The Promise Gap
(This Post originally appeared as part of a monthly Blog Devotional series by Grant DiCianni)
As a Christian, as a pastor, as a guy standing in the checkout line of the supermarket, I think conversations seem to turn to this topic as one of the top 5… Promises. Specifically God’s promises to us.
Let me be even more specific… Christians who are frustrated, mad, confused, angry, or even disillusioned with God because they have not yet received something God has promised.
And it seems, especially lately, that there is a the gap between a promise and its fulfillment. I have so many friends, acquaintances, even loved ones that are waiting – longing – to see God keep one of His promises. Maybe that’s even what brought you here to this post. You are trying to understand, wrestling with something that you know God has for you, but haven’t yet received.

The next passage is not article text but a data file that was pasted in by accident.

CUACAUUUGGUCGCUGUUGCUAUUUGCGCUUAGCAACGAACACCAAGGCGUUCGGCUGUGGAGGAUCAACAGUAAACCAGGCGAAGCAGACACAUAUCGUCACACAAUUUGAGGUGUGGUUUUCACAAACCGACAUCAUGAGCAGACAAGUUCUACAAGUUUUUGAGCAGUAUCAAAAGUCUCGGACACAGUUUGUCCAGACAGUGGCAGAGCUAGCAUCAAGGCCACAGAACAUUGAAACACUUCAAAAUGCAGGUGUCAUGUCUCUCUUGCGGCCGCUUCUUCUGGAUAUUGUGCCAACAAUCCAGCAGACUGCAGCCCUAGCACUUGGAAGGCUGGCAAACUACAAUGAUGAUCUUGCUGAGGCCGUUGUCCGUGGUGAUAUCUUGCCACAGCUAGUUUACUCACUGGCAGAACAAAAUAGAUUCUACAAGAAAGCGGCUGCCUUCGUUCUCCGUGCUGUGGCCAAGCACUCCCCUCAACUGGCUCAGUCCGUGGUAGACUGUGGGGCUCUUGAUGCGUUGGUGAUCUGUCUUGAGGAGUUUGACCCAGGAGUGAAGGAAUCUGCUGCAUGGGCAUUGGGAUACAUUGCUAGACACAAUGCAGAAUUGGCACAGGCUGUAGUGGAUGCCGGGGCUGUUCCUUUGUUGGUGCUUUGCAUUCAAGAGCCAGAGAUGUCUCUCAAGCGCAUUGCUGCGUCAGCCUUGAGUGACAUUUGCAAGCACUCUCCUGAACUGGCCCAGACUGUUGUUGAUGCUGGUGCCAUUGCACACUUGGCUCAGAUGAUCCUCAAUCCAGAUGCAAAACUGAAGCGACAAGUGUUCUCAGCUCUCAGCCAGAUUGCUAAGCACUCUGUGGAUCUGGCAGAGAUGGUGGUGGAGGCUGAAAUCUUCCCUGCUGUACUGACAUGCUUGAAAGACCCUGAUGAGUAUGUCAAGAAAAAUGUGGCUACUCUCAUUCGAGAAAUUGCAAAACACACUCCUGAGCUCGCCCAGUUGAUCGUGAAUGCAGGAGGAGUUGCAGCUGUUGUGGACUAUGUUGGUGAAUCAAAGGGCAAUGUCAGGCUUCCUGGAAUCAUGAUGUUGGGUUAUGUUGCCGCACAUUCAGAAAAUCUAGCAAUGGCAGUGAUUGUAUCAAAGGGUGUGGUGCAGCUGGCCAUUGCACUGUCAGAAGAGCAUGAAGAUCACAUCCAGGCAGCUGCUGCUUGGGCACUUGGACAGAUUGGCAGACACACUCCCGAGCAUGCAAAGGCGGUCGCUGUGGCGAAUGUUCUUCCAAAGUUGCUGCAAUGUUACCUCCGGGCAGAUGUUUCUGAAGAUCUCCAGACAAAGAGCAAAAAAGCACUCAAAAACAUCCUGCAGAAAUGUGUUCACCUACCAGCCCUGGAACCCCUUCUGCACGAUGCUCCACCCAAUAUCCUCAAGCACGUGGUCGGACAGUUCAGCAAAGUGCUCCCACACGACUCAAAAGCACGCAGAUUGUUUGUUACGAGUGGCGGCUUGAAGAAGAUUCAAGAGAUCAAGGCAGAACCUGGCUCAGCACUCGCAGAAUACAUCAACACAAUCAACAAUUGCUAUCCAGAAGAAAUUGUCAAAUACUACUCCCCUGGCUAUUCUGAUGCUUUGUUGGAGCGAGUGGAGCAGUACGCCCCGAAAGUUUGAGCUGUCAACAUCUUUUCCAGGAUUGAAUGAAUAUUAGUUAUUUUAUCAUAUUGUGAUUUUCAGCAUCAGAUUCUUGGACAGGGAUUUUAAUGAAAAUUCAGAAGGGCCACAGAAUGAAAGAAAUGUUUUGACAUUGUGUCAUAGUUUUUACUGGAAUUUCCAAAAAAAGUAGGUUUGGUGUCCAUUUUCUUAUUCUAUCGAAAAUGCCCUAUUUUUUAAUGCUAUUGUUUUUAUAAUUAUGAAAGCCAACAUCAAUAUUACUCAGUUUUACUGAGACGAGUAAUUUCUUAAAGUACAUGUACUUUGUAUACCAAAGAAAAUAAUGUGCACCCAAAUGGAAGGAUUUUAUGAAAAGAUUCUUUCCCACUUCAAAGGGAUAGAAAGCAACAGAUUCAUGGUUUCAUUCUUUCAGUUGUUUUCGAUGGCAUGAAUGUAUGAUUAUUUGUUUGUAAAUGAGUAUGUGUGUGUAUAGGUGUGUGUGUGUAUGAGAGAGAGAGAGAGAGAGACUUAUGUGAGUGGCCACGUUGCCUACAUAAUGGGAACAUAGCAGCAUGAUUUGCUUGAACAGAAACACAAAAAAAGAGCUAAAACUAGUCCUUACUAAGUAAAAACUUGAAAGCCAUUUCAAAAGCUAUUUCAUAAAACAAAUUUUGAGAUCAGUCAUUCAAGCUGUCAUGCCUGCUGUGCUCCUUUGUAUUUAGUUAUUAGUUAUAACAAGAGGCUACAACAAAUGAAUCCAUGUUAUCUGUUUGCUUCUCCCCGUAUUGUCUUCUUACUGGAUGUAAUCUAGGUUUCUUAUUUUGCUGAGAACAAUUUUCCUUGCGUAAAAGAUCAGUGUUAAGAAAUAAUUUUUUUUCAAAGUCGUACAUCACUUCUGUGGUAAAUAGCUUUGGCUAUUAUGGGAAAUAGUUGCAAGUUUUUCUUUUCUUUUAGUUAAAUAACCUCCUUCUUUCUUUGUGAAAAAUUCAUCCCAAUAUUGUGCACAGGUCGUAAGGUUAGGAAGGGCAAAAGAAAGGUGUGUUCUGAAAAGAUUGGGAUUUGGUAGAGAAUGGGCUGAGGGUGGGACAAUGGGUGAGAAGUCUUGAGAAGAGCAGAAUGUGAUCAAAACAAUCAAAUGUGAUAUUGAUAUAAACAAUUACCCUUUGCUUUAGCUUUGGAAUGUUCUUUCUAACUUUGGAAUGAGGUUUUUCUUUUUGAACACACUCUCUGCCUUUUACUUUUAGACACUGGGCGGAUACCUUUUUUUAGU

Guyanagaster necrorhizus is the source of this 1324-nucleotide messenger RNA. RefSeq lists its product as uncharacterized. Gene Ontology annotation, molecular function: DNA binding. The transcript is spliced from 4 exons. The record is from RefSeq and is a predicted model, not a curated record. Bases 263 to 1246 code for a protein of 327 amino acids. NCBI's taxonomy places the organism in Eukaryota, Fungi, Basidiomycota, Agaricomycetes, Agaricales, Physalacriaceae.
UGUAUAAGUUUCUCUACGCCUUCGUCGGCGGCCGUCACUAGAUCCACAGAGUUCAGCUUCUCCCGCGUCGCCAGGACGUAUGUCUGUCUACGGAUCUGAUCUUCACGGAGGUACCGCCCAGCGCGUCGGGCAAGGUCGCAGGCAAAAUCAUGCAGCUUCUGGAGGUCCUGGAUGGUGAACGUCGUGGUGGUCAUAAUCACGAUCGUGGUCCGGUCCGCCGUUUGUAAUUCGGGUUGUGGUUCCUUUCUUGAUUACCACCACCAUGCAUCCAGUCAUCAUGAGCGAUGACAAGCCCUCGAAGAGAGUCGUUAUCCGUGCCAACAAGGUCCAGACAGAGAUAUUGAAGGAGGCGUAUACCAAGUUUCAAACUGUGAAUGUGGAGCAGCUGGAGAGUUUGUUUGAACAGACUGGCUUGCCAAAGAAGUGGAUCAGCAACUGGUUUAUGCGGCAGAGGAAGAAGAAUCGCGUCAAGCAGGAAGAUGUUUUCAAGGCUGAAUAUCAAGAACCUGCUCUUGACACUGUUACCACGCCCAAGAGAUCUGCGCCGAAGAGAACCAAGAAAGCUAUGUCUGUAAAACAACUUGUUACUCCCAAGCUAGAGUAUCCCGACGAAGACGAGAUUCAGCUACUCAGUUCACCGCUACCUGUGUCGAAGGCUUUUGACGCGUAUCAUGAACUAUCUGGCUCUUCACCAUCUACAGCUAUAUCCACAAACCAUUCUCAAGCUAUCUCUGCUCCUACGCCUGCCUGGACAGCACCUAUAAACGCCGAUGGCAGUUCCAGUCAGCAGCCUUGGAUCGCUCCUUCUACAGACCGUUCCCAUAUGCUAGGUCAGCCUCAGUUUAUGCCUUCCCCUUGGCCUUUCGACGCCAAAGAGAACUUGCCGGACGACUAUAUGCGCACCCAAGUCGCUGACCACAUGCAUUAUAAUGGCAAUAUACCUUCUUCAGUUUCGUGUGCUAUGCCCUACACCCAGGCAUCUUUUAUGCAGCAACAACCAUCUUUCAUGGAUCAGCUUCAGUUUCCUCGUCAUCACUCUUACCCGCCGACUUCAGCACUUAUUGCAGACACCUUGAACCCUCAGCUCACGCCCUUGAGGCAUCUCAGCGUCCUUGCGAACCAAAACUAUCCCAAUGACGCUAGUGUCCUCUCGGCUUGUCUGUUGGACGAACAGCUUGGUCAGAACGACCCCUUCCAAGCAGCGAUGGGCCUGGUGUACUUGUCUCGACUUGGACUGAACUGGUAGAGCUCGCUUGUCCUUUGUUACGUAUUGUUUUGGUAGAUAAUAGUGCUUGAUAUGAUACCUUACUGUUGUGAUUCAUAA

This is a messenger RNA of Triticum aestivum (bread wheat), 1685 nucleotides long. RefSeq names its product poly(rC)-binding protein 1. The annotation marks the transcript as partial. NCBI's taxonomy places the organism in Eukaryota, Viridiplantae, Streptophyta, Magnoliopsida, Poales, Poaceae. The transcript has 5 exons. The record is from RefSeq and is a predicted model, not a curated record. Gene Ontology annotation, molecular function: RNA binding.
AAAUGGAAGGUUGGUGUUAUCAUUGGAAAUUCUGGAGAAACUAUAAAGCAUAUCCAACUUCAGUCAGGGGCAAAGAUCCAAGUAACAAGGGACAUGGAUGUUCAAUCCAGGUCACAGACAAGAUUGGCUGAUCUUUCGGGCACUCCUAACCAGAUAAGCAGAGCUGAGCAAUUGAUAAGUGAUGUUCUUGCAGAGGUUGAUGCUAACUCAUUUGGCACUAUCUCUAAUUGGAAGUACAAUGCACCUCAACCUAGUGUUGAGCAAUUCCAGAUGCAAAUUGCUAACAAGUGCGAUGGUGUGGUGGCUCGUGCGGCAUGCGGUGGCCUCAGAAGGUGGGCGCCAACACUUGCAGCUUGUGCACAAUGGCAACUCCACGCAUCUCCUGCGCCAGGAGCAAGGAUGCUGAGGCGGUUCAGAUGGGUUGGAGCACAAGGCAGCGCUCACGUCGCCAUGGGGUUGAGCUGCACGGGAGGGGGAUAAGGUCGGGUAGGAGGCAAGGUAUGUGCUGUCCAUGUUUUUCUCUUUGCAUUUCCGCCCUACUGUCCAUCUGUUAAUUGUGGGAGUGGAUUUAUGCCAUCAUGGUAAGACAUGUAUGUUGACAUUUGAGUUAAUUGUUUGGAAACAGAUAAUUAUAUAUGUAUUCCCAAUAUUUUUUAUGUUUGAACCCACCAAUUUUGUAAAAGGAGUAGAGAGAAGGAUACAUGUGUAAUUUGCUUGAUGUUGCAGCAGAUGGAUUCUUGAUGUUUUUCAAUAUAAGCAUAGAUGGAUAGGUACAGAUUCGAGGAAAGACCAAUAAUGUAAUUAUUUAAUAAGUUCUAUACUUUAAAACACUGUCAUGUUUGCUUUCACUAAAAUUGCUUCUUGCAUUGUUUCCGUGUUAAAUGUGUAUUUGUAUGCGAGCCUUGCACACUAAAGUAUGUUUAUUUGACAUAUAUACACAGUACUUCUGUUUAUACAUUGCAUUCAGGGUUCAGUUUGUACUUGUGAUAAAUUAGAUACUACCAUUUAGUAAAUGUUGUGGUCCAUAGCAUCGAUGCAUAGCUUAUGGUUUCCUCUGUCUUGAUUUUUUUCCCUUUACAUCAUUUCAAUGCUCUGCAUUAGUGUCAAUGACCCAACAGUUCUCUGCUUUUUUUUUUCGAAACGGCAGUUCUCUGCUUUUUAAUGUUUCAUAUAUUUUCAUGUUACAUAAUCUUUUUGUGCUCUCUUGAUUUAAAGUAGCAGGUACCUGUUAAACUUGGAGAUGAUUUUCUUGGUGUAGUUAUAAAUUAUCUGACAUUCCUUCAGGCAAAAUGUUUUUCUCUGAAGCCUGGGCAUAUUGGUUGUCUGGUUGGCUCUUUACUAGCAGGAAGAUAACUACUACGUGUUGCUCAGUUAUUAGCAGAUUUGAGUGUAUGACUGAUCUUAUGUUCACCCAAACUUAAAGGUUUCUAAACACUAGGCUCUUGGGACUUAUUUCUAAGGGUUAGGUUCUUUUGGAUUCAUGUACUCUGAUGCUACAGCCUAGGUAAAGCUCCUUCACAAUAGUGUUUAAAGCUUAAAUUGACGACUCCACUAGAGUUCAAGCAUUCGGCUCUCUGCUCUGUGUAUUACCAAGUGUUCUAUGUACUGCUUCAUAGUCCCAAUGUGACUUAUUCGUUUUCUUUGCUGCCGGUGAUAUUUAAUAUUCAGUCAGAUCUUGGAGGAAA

Sometimes those promises are ones that really are for everyone so there is such suprises when we seem to not receive them (Peace that passes understanding, strength for the journey, etc) and sometimes those promises are specific to our unique need or hurt or prayer.
And I will freely confess, as I have in past episodes our Monthly Blog Devotional Posts, much of the time I write these devotionals as much for me as for you.
Let’s start with looking at they “types” of promises.
All of us have received direct, specific promises from God, that every single human can bank on. Let’s start with the universal ones revealed in Scripture: Salvation through Christ, Eternity in Heaven with God because of Christ, the Indwelling of the Holy Spirit, the Return of Christ – just to name a few. These are the “big ones” that occupy our hopes, dreams and lives. They dominate (or at least they should) our church cervices, Bible studies, etc. And the ones that are yet to be fulfilled I can hardly wait for!